In Soviet Russia in the 1930s, a Moscow opera singer named Tischkovsky began a promising career as a tenor, performing the lead roles in operas across Russia. As Tischkovsky’s prospects brightened, a government official approached him and suggested that the singer invite Sasha Andropov as a guest to one of his parties.

As Dan Doriani, professor of theology at Covenant Theological Seminary, relates the story, “It was understood, but not stated, that Andropov was a KGB informant. The official would never ask the singer to inform the authorities if his friends made a joke about Stalin; that would be crude. No, [Tischkovsky] was invited to join the system, to stay prosperous and live a lie by pretending Andropov was just another opera lover.”

Faced with the choice to collude with the Russian government and betray his beloved arts community or lose his career, Tischkovsky chose to defy the government. He let the Soviet official know that though he was grateful for his career, he could not invite Andropov to his next party. 

Soon the opera singer’s musical appearances were canceled, his career stalled, and his family descended into poverty. 

Doriani tells the story to illustrate that social institutions, such as  the government, sometimes intrude on other areas of life, such as the arts. When one institution, or sphere, dictates areas of life outside its bounds, Christians have the opportunity to push back against the injustices they see.

Social Spheres

The work of Dutch pastor, civil servant, educator, and social reformer Abraham Kuyper in the 19th century offered a framework to help Christians think biblically about social reforms.

Kuyper believed that public institutions have influence in their particular spheres, and societies should not allow one sphere to exert too much influence over other spheres. Each sphere has authority over its responsibilities.

Kuyper first presented his sphere sovereignty concept in 1880 at the opening of the Free University of Amsterdam. But during a series of lectures delivered at Princeton University in 1898, Kuyper expounded on the sphere sovereignty ideas in English. 

“The University exercises scientific dominion; the Academy of fine arts is possessed of art power; the guild exercised a technical dominion; the trades-union rules over labor — and each of these spheres or corporations is conscious of the power of exclusive independent judgment and authoritative action, within its proper sphere of operation,” he said. 

Kuyper believed that public institutions have influence in their particular spheres, and societies should not allow one sphere to exert too much influence over other spheres.

Behind these spheres is the sphere of family, and looming large behind the sphere of family is the individual with a natural authority granted to him by God alone.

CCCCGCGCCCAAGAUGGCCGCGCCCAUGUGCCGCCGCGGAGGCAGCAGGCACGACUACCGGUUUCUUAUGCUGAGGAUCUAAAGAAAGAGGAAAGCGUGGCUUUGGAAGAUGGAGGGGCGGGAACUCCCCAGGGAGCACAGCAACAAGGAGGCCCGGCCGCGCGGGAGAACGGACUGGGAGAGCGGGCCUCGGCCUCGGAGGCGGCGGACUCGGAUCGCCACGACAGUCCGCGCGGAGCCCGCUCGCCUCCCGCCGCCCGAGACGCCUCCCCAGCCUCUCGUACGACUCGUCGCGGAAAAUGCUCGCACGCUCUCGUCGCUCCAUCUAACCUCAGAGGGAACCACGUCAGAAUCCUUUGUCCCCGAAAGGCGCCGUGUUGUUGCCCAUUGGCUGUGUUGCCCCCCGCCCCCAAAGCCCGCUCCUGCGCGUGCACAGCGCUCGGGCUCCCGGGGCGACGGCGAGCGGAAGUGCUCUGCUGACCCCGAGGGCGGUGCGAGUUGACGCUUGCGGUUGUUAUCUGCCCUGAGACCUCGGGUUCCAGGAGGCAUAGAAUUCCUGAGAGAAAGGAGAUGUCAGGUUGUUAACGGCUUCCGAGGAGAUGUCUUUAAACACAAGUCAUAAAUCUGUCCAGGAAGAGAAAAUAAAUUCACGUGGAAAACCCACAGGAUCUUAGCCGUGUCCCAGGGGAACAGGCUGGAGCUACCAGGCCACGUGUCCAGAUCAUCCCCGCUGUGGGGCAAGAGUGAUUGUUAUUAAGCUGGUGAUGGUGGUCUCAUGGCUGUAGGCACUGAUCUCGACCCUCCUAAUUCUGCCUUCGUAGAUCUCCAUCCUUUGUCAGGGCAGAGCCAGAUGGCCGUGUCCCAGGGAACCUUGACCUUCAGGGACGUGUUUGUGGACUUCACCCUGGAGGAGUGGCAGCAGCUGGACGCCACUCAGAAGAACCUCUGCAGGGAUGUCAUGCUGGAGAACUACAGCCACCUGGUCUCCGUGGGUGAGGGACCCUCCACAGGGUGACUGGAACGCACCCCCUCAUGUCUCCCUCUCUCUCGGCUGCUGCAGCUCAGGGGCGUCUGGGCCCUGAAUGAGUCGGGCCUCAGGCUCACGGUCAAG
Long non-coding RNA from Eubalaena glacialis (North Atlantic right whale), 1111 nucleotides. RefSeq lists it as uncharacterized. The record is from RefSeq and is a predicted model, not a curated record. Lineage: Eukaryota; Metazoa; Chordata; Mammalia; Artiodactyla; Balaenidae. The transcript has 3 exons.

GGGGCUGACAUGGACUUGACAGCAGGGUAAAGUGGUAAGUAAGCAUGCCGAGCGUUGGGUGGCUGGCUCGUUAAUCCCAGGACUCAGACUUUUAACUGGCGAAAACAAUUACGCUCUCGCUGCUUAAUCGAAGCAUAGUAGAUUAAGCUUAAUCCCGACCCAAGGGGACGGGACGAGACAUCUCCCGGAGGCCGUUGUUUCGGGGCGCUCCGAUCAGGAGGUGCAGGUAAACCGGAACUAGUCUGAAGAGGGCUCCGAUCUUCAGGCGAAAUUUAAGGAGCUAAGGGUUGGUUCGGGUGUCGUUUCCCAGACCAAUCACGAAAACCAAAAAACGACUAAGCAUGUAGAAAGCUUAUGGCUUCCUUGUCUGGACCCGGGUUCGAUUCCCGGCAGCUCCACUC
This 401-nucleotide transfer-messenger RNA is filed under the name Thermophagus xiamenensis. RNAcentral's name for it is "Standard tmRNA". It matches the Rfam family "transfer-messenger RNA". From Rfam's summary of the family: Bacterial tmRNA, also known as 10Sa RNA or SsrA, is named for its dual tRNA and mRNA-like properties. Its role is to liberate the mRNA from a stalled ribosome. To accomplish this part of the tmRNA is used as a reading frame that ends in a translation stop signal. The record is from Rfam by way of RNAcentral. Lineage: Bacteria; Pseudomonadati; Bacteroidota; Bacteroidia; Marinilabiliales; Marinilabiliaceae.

Because of sin and the lust for power, institutions attempt to exert undue control over other spheres. In the case of Soviet Russia in the 1930s, it was the government controlling every other sphere of life. Some sphere overlap is natural. For instance, Doriani said, the government has an interest in regulating safety conditions at a workplace or ensuring a hiking club does not wander near a volcano.

But sometimes an institution can overstep its authority. When believers want to bring about social reform, they can expect to encounter pushback from other spheres that stand to lose from the reforms. But when Christians push back against intruding spheres at work, they have the chance to bring about real social change. 

“There are certain core values any Christian can grasp — love, justice, faithfulness,” Doriani said. “We need to mentor and train people in their spheres so that doctors, restauranteurs, bankers, and builders who are believers can find these principles and share them with others.”

Pastors play a role by teaching and discipling believers to understand the unique positions they have in their workplaces to change culture and society. 

Principles of Workplace Reform

While most American Christians will not endure pressures to accommodate KGB informants, the call to “love your neighbor as yourself” forces believers to consider how they can put their faith into practice by loving their neighbors.

The arena where believers have the most opportunities to love neighbors, according to Doriani, is the workplace. Work is the forum where individuals have the most skill, training, and resources. This is also where people spend the most time.

Doriani believes there are four P’s to workplace reform: principle — a big idea that can make the world a better place; passion — the inward power to promote the cause and withstand opposition; position — the credentials and formal or informal authority someone has to obtain resources and allies in the reform; and perseverance — a willingness to endure. 

Perseverance is particularly important because, like Tischkovsky, believers can expect to encounter resistance when they push back against intruding spheres. 

As for Tischkovsky, through the help of friends in the arts communities in France and the United States, he and his family managed to escape Russia. When they arrived in the United States, the opera singer abandoned his Russian surname in favor of his Italian-sounding stage name, “Doriani.” Dan Doriani is his grandson.

Though not yet a believer when he committed his act of resistance, Doriani’s grandfather wanted to live in truth.

Many spheres of life have pressures that make social reform difficult. Still, believers can love their neighbors by pushing back against unjust societal pressures and working for reforms that help society.

With a little imagination, believers can find opportunities to let their faith bring change.

 

ILLUSTRATION BY Raymond Biesinge


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